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On Wed, 16 Jun 2010, Kai Hendry wrote:
On 16 June 2010 16:53, Gordon Henderson <gordon+dcglug@xxxxxxxxxx> wrote:However, directional and high gain antennae is the way to go. Longest Wi-Fi link we ran was 6.5 miles from a 12db omni to an 18bd grid antennae. That was clear line of sight though, and those antennae were expensive a the time. (We also ran a 17.5 mile 10Mb link but that was on posher kit with a 2' dish at either end)I'm interested in antenna and learning what all this "12db", "omni" jargon means. :-)
db - decibel - a logarithmic (base 10) way of measuring "something". In this case it's the gain of the antennae (and I ought to have used dBi)
omni is the opposite on uni - basically it radiates in all directions. A grid parabolic is a parabola in a grid - you don't need a solid plate, just a mesh grid (of the correct spacing) they're lighter and subject to less wind loading.
Is it clear line of sight? If so, then a pair of good Wi-Fi access points acting in bridge mode might just work. (And even if you do have line of sight, lookup fresnel zone - it'll be a factor at that distance)It's not quite line of sight (hill rise), but I was hoping to experiment with a mast or something.
If you can get line of sight, it'll be infinitely better. Wi-Fi really doesn't bend and doesn't go through stuff very well at all. (Good job too, or microwave ovens wouldn't work!) In non line of sight applications it's probably relections you're picking up - outdoors there will be very few reflections unless in a built-up area.
I'd go back to the Wi-Fi access points in bridge mode. Trouble is, as I found out recently, most are over 50 quid when bought without an adsl router! And then, what do you do with one that has 2 antennae? Which one do you pick to plug the directional antennae into? And then there's the cost of the directional antennae to connect to it, and cabling - basically I thinkLets assume I have 2 dd-wrt flashed WRT54GLs to play with. I need to connect them. What antennae do I need exactly? Hopefully two directional antennae attached to each will allow good communication. I don't want high power since I want to connect the sheevaplug to a car battery. As I said I don't know too much about antennae, so be easy on me.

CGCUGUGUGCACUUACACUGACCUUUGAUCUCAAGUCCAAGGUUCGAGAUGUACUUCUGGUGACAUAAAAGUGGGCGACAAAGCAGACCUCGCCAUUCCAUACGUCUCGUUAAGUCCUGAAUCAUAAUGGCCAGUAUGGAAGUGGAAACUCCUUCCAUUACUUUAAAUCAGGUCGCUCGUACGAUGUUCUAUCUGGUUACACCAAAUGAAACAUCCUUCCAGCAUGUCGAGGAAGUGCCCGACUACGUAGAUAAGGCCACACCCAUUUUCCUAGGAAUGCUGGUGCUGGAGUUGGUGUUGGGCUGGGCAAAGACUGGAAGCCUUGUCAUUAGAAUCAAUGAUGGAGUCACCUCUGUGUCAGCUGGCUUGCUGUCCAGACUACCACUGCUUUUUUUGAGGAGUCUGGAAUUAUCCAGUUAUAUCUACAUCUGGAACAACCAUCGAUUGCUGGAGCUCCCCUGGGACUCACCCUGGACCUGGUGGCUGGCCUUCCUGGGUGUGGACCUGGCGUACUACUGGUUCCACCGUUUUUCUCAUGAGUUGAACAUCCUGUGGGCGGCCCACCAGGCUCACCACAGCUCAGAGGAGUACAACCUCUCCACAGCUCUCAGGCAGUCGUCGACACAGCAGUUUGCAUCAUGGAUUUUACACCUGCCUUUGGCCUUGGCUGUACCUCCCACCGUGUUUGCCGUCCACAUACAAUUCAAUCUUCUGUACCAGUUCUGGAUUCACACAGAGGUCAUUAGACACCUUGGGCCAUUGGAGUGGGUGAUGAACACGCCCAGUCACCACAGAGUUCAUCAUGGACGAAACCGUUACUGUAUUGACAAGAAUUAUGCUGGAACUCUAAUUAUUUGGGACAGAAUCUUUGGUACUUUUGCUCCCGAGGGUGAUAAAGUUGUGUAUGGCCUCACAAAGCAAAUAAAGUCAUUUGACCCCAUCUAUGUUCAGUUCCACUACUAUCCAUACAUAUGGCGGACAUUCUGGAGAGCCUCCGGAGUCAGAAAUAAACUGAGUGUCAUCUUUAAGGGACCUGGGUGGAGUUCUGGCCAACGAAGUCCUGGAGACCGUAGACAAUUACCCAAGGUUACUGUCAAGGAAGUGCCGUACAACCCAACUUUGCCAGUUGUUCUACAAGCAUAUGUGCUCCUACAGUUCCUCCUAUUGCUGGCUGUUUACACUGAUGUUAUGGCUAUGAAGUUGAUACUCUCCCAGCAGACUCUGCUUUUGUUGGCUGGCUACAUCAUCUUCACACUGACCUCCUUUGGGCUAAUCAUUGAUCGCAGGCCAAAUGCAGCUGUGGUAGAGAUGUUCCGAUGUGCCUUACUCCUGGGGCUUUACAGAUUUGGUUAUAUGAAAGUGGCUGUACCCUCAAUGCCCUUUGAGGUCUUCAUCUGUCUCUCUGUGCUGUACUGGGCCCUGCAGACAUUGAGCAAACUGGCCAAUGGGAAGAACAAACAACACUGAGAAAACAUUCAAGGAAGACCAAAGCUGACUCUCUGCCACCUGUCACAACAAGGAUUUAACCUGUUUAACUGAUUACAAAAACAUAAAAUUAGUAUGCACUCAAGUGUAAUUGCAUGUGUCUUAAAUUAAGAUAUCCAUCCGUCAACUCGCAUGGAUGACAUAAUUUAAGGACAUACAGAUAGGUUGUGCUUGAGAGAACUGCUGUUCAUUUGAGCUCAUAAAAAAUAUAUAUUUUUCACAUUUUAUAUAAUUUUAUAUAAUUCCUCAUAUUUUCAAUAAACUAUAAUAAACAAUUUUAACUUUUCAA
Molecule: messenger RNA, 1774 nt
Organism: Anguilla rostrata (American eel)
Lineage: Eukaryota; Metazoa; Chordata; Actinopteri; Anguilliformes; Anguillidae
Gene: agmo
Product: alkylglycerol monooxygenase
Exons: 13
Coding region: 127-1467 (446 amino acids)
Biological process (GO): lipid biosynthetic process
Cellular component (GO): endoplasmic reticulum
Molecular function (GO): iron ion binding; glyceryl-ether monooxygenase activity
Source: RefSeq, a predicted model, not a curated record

One of the down-sides we found when building the wi-fi community networks was that the connectors and cables between the acces point and antennae introduced almost more losses than the antennae gain was worth. We're starting with a very weak signal and every connector and bit of co-ax just weakens it more. It's possible things have improved though. I'd start googling for companies that sell this kit - what we used was mostly smartBridges kit - and that used power over ethernet to take the Ethernet outdoors right into the Wi-Fi access point rather than run long co-ax cables. That kit was the best part of £200 each then... (trying to understand their website now - looks like they're lost the plot somewhat)
I do have some kit that might still work though. I'd need to have a rummage through the scrap boxes...
Back to your WRT56GLs ... Stick them in a tupperware box as high as possible with their supplied antennae and hope for the best.
We did something similar with early DLink boxes and it mostly worked. (Although the DLinks themselves were rubbish at the time)
p.s. incidentally I'm hoping to set a little weather station (only have a USB thermometer) and a bluetooth scanning service on the A30.
Bluetooth scanning eh? Trying to be the new google then ;-) Gordon
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